Zion is one of those iconic American national parks. According to National Geographic, it’s one of the ten most visited national parks in the U.S. It’s also the oldest and most popular (most visited) park in Utah.
We decided that we needed at least two nights there. I wouldn’t recommend any less. We wanted to do longer trails and had our minds somewhat set on two specific, yet completely different types of hikes. There are plenty of options to choose from, which muddied the waters of decision making. The park also produces a brochure that describes all of the main hikes and denotes the ones that are a “must visit.” There were quite a few. Should we do Hidden Valley instead of Angel’s Landing? Or what about Observation Point that has views looking down on Angel’s Landing? Would The Subway beat The Narrows?
Variety was important to us, so we liked the idea of having a day deep in a slot canyon and a day climbing ridges to have sweeping, panoramic views of the mountains and valleys. In the end, we chose the two most popular/famous hikes in the park. The Narrows and Angel’s Landing. Both had also been highly recommended by friends and family. Matt Gibson couldn’t say enough about Angel’s Landing, and Alan’s dad and sister loved The Narrows. Decision made.
As we were making our way to Zion on a Friday evening, Alan suggested that I call some local outfitters to reserve gear for The Narrows. It’s a canyon river hike where you spend about 80% of the time walking in water at least up to your knees….and that water is COLD. We were told we could rent equipment for the hike in the park, but it didn’t occur to me that we would have to reserve it. It was a good thing I called Zion Adventure Company on Friday. They were able to put aside some dry pants in our sizes and told us to come in to be fitted for boots once we arrived. When we got to the store, there were other couples there also wanting to hike The Narrows the next day, but they couldn’t. No more dry pants. If you’re not in a rush, it might not matter. You could plan to hike The Narrows later the next day or another day. We were ready to get the ball rolling, though.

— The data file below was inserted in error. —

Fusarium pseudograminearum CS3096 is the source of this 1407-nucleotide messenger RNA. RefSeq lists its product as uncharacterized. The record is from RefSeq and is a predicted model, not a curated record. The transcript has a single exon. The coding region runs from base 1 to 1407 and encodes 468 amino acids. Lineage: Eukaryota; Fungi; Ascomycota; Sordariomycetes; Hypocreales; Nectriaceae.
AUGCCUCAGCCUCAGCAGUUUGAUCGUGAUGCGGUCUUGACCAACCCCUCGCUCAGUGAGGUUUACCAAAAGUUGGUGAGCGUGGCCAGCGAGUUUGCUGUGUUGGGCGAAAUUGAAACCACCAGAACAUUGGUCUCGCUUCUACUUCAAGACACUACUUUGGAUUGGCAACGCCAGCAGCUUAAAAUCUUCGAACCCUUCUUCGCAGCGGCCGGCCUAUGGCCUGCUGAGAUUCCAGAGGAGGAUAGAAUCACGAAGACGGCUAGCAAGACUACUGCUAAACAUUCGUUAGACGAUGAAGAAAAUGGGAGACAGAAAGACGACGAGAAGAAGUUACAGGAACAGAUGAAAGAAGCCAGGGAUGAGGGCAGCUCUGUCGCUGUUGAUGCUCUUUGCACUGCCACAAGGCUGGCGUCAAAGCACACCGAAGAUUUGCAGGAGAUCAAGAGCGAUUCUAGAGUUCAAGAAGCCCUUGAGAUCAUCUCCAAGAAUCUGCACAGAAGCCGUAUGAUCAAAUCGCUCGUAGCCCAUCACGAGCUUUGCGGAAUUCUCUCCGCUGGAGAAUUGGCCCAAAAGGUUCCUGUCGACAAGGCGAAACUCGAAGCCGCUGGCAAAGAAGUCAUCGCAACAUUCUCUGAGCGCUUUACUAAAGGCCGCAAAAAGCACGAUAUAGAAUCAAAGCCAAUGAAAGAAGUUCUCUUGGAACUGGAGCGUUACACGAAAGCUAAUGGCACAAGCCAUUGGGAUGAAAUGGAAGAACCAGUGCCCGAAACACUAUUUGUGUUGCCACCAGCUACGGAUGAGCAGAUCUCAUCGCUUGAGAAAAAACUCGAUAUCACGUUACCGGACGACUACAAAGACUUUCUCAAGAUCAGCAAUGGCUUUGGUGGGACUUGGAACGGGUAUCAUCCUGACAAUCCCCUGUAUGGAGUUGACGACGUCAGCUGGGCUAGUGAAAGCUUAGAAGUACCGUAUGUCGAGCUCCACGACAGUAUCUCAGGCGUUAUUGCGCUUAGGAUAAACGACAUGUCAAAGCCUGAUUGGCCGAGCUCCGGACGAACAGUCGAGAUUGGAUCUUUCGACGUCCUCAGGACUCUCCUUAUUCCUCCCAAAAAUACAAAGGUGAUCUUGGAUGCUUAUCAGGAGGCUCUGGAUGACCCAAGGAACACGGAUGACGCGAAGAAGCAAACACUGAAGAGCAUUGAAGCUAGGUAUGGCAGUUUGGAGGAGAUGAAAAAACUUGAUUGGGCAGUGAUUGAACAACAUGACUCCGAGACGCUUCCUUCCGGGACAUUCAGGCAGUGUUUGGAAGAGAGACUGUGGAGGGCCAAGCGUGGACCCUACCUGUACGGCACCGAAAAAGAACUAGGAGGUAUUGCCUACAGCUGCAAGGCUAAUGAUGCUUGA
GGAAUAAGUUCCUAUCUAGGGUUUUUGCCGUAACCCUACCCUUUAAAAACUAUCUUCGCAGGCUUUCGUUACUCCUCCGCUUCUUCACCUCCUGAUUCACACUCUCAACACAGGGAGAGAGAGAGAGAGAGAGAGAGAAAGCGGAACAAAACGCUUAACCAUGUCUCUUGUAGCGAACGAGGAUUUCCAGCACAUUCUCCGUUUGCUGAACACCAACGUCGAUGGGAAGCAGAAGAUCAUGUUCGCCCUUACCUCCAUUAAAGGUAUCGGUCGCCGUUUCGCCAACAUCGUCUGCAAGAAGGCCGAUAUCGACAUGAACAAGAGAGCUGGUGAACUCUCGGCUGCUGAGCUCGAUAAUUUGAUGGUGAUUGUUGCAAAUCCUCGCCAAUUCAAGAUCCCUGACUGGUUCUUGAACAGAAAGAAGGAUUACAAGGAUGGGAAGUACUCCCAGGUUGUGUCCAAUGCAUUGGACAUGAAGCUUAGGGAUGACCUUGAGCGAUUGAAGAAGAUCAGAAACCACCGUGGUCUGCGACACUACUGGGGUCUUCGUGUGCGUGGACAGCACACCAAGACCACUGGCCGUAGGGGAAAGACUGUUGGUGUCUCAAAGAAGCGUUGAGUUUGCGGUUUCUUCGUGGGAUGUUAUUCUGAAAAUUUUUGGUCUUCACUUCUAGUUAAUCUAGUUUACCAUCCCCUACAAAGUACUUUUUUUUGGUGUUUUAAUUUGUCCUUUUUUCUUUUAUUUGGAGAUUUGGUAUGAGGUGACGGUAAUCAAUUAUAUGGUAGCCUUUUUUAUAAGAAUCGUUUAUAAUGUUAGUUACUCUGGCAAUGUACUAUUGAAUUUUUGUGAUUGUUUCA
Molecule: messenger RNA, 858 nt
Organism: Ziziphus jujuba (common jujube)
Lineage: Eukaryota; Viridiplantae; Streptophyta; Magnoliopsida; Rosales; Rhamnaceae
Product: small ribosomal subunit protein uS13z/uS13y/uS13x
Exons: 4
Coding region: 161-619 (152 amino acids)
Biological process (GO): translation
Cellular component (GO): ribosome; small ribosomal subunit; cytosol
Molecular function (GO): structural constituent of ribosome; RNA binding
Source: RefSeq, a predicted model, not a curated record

We bought the cold water dry pant package, which includes dry pants, booties, boots, and a walking stick for $39. Trust me, you need all of these items. The fast flowing river pushes you over uneven rocks, so the stick helps for balance. It saved me from going swimming a few times. It also helps you check the varying water depth, which can suddenly drop without warning. The boots were amazing. Even skeptical Alan, who was frustrated he didn’t bring his gear from home, admitted that the water-hiking shoes were “serious” and “really comfortable.” The dry pants were my obvious choice for necessity. We were hiking in 40-something degree water in 40-something to degree temperatures. I wore four layers and never shed a single one.
We did encounter a few brave (dumb?) souls trudging through the icy cold water in jeans and shorts- running shoes and keds. “Aren’t you cold?” Alan called out to a grim-faced group. “Well, yes, but I can’t feel my feet anymore,” one retorted. No. Thank. You.
The Narrow’s Bottom-Up Trail (which most “casual” hikers take) starts at The Temple of Sinawava, which is also the last shuttle stop in Zion Canyon. The first mile takes you on a easy, paved path along little streams and through hanging gardens. You could push a stroller on this path. Lots of folks were casually strolling along the walkway, which terminates at the river. That’s where we geared-up and jumped in.
Once in the river, you determine your stopping point, although the park has a suggested “turn around” spot where the canyon becomes more technical. Most of the trail is through a broader portion of the canyon, following the river as it meanders and switchbacks through the gorge. There were plenty of photographers playing with their water motion shots. I attempted a few, but using a walking stick as a tripod doesn’t always yield the most professional-quality photo.
After a couple of hours, the canyon starts to narrow significantly. This portion is called Wall Street, and it’s what most people want to see in The Narrows. It’s pretty spectacular, but it’s also pretty shady. Actually, the sun never touched us during the entire hike, but Wall Street was particularly dark. And COLD. The wind whips off the water like a constant air conditioner. I kept thinking, man, this would be so nice on a hot summer day! It was a little challenging for me on a blistery, cold November day. I really enjoyed The Narrows and how distinctly different it was from any hike I’d ever experienced. I had my fill after six hours, though.
Have you ever hiked The Narrows?